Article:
|Vauxhall Gardens - courtesy of Wikipedia|
The Season coincided with Parliament sitting, which began sometime after Christmas ("the sessions of Parliament cannot be held til the frost is out of the ground and the foxes begin to breed"). However, the height of the season didn't come until March, after the Easter holiday. Then the real fun began, "a dizzying three-month whirlwind of parties, balls, and sporting events." There was always something going on during the season, be it a dinner party, an opera, one of the many 'coming out' balls, the theatre, Vauxhall Gardens (pictured above), riding in Hyde Park, or being presented at court. However, "despite all the surface gaity" the season revolved around "the deadly serious business of marrying off the young girls of the family to eligible and wealthy young men." You can see how the Calling Card comes into play here. For those at the top of the heap it was a way to announce their presence and for those beneath a way to attract the notice of their betters, perhaps gain admission to some posh ball, or maybe a private supper, anything that might improve the chances of a favorable marriage. If a young girl did not get herself married withing a few seasons, "she was considered a failure."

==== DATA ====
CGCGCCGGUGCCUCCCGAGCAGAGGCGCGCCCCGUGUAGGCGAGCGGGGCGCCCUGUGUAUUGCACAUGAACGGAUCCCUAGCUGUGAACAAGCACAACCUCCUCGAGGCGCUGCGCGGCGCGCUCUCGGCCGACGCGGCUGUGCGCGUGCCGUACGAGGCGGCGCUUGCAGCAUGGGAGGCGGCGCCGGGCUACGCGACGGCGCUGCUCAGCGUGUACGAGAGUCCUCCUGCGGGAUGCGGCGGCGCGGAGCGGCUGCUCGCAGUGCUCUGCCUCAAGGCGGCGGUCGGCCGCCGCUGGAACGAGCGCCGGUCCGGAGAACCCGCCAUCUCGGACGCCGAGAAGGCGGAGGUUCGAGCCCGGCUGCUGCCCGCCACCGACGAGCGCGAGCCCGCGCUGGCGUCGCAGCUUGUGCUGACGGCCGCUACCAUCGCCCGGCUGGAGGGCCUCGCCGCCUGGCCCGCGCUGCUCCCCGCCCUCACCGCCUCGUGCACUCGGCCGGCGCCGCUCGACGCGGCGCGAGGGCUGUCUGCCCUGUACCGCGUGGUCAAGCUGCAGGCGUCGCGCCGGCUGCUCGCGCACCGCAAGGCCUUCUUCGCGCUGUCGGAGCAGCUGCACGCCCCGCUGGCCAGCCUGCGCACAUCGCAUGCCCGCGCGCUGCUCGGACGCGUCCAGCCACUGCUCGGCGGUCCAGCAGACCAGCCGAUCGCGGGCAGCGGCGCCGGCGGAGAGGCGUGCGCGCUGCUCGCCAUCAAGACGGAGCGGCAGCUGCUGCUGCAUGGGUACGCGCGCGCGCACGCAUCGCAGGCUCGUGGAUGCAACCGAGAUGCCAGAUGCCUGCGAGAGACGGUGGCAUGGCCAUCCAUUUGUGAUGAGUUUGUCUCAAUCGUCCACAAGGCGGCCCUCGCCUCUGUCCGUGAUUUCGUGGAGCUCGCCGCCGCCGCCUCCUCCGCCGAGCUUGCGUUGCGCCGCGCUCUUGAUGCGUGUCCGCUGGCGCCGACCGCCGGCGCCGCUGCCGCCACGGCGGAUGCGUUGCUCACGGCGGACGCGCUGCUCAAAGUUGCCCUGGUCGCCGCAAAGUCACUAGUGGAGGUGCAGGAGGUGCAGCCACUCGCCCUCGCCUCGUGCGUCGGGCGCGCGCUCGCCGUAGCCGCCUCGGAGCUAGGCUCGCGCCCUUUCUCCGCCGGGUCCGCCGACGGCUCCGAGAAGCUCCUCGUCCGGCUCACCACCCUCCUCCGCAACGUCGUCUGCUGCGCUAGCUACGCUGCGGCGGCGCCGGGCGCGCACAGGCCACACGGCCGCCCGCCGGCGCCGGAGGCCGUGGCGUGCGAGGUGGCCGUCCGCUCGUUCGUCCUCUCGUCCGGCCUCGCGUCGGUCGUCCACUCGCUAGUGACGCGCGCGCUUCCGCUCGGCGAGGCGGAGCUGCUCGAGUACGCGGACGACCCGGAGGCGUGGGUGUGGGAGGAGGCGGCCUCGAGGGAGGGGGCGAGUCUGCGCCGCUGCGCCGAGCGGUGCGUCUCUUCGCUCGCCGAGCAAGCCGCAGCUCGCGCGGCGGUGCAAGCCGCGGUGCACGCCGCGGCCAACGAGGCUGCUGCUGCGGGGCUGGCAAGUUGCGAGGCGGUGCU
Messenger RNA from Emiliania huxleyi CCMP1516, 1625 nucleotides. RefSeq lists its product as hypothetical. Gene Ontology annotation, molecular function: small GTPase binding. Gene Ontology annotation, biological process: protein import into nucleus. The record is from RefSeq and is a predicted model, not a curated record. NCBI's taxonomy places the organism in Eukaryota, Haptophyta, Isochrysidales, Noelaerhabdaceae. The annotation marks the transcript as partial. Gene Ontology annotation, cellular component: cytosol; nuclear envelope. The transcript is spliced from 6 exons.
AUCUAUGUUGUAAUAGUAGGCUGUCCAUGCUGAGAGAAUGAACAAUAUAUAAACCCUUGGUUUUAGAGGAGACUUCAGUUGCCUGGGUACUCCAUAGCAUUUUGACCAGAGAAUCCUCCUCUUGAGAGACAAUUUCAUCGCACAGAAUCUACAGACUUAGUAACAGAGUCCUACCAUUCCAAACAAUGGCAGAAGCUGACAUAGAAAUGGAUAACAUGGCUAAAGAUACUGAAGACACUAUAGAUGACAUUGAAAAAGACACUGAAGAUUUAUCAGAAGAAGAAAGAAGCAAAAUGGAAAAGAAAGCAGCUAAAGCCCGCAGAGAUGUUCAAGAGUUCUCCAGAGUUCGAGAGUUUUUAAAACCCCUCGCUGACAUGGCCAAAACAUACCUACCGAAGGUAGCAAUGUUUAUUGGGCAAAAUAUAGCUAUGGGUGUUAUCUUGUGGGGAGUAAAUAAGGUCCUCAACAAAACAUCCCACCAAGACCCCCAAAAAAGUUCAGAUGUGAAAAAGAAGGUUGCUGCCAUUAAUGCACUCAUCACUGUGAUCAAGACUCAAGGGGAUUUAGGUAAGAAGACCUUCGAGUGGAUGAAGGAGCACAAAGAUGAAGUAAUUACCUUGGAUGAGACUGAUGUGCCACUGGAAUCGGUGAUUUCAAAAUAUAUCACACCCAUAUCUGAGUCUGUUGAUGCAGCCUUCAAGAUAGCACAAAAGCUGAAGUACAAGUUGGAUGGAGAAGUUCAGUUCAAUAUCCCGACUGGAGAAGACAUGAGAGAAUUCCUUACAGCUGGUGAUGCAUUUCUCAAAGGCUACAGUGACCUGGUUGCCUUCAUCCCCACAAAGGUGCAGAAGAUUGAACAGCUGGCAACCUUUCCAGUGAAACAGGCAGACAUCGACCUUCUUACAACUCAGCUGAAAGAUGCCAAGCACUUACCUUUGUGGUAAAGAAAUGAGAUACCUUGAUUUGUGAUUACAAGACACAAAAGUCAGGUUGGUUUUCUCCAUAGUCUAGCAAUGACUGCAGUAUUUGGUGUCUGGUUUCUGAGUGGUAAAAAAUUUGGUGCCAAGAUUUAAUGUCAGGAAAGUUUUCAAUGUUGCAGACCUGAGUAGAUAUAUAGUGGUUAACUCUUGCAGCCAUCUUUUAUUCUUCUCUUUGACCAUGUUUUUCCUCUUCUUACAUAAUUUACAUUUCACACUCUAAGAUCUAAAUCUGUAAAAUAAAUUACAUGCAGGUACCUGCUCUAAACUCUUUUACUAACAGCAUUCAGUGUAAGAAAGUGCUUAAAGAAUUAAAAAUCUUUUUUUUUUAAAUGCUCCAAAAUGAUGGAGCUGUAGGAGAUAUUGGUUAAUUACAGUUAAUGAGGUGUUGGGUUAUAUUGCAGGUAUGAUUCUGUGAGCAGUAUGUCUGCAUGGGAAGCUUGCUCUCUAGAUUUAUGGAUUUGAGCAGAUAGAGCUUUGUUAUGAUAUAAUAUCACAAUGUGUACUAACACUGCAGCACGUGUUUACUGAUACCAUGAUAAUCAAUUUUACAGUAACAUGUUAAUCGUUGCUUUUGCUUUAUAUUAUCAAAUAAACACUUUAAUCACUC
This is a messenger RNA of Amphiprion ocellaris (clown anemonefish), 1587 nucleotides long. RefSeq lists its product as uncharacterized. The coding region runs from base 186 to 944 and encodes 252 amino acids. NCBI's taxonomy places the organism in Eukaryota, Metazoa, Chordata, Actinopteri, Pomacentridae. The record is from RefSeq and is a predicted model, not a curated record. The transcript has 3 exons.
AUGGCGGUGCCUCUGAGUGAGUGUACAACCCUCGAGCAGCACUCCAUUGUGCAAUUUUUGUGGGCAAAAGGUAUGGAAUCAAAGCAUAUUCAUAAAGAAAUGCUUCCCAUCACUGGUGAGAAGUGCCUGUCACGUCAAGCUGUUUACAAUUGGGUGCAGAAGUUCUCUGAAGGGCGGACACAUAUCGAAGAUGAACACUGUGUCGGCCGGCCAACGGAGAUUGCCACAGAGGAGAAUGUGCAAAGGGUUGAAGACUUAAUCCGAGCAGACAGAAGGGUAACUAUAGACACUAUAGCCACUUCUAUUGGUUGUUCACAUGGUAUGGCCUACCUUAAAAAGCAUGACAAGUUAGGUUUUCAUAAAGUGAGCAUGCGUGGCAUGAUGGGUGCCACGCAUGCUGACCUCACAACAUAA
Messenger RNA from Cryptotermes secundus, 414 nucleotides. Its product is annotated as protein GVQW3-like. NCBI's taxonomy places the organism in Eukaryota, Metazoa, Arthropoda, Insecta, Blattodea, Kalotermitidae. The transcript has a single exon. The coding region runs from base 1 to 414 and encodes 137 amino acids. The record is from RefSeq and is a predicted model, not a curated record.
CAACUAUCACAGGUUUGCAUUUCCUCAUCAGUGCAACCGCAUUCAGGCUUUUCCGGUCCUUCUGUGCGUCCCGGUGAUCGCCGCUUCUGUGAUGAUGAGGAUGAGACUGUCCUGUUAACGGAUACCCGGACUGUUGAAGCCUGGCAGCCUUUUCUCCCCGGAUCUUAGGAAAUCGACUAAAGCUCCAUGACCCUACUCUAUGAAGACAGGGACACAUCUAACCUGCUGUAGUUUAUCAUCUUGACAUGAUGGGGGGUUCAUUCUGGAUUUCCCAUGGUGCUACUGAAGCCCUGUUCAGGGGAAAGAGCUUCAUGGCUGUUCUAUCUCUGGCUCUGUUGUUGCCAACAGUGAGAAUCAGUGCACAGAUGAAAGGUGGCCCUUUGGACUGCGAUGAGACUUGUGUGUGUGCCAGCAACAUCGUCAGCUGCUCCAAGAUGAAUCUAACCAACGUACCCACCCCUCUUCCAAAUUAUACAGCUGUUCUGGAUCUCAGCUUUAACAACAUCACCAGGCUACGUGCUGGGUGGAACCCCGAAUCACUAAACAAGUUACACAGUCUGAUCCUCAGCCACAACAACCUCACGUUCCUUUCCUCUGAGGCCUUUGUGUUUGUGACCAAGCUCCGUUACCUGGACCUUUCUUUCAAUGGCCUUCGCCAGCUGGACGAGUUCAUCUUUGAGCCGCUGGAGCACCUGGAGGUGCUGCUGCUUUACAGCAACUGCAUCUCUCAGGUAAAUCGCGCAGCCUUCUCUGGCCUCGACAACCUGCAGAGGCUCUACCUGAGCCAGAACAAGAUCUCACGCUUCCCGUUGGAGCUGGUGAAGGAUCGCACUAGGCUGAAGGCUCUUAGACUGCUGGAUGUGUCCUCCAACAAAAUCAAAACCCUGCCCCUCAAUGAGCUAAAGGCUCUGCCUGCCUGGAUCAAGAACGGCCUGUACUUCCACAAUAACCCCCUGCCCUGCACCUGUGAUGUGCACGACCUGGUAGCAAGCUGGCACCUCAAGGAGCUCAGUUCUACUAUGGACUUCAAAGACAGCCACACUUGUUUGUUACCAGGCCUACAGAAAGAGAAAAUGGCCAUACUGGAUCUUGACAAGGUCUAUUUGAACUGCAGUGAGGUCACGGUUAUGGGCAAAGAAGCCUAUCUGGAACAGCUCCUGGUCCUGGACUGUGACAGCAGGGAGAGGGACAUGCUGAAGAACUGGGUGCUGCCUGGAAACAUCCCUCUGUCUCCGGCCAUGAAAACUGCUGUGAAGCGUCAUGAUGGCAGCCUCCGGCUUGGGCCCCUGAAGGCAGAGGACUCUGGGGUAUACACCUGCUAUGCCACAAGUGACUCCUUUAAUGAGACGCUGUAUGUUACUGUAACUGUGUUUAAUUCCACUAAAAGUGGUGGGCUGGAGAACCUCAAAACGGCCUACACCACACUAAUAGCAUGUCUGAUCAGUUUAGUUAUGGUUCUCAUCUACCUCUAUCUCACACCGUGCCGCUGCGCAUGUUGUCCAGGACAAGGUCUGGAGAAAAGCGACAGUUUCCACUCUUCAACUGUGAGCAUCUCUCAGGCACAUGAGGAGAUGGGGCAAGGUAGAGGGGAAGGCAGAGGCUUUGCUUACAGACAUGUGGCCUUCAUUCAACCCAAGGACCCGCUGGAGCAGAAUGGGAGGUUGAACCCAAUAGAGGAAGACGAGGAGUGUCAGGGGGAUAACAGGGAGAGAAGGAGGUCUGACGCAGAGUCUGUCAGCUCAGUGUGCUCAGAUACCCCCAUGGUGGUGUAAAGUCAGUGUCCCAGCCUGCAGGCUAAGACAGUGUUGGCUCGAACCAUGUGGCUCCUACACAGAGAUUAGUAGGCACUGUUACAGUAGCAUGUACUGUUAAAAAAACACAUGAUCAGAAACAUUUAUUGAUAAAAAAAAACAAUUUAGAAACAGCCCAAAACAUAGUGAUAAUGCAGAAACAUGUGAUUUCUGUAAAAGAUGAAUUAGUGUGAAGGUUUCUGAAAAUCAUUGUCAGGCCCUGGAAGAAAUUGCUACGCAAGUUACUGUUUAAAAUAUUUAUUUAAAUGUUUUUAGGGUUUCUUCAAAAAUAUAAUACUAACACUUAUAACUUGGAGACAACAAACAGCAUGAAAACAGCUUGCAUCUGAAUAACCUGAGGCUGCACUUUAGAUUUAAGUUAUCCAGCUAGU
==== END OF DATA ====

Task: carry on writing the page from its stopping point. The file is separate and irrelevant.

May found everyone - including the masses - attending the Derby, and then Ascot in June, "a much more exclusive horse race altogether." July brought the Henley Regatta as well as a number of cricket contests until suddenly it was August and grouse season, at which point everyone who was anyone deserted London in favor of the country.
Now, you might wonder why I find the Regency period interesting - interesting enough to set my last novel* there. At first glance it seems quite prim and proper with rules and etiquette ("A gentleman never smokes in the presence of ladies.") and proper dress ("A lady does not wear pearls or diamonds in the morning."). But beneath all the glitter was a passion for life that would soon be snuffed out by the Victorian Age and it is that which intrigues me, the pretense of playing by the rules and then meeting your lover in Covent Gardens after dark...
Perhaps next time I'll tell you about the Prince Regent and his many mistresses and the parties they used to throw :)
** all quotes from WHAT JANE AUSTIN ATE AND CHARLES DICKENS KNEW by Daniel Pool